Volume 61, Issue 3
  • ISSN: 0002-9637
  • E-ISSN: 1476-1645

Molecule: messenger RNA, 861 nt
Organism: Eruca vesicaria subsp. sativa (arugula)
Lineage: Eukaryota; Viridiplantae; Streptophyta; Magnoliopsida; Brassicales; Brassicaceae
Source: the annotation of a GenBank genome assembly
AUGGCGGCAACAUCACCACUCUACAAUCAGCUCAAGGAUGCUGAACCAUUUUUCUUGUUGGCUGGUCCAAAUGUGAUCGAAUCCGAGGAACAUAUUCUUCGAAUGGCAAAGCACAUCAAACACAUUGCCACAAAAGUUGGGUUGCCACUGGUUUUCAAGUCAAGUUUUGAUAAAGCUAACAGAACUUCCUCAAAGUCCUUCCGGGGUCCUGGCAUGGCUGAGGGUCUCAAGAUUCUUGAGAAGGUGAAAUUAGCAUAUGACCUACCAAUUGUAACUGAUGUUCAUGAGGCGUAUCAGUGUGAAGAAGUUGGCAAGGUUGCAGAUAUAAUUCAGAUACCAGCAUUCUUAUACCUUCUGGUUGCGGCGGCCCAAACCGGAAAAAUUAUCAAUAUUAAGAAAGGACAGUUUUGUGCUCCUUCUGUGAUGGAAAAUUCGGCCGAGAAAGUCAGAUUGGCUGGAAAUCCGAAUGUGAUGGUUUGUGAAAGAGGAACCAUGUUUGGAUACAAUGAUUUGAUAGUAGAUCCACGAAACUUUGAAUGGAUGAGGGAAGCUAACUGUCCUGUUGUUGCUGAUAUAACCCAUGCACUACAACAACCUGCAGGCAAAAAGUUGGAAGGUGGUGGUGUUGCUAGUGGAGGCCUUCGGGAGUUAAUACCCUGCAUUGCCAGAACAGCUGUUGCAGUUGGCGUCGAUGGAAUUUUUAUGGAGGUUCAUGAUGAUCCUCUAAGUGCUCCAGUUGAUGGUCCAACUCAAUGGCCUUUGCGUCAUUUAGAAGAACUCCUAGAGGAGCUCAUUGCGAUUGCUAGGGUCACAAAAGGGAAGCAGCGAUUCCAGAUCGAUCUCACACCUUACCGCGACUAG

Malaria remains the most important parasitic cause of mortality in humans. Its presentation is thought to vary according to the intensity of Plasmodium falciparum transmission. However, detailed descriptions of presenting features and risk factors for death are only available from moderate transmission settings. Such descriptions help to improve case management and identify priority research areas. Standardized systematic procedures were used to collect clinical and laboratory data on 6,624 children admitted to hospital over a 1-year period in an intensely malarious part of Tanzania. Frequencies of signs and symptoms were calculated and their association with a fatal outcome was assessed using multivariate logistic regression. There were 72 deaths among 2,432 malaria cases (case fatality rate [CFR] = 3.0%); 44% of the cases and 54% of the deaths were in individuals less than 1 year of age. There was no association between level of parasitemia and CFR. Increased risk of dying was independently found in all children with hypoglycemia (odds ratio [OR] = 6.7, 95% confidence interval [CI] = 3.9-11.7), in children 1-7 months of age with tachypnea (OR = 8.8, 95% CI = 2.6-30.5) and dehydration (OR = 5.0, 95% CI = 1.9-14.2), and in children 8 months to 4 years of age with chest indrawing (OR = 4.7, 95% CI = 2.0-11.2) and inability to localize a painful stimulus (OR = 6.9, 95% CI = 2.9-16.5). Children in the bottom quartile of weight-for-age were more likely to die (OR = 2.1, 95% CI = 1.3-3.5). Eight percent of the malaria cases had severe anemia (packed cell volume < 15%) but 24% received a blood transfusion. The epidemiology of malaria disease may be more complex than previously thought. Improved case management in a wide variety of health facilities may result from adequate identification and treatment of dehydration and hypoglycemia. Transfusion-requiring anemia is a major problem and sustainable, effective preventive measures are urgently needed.


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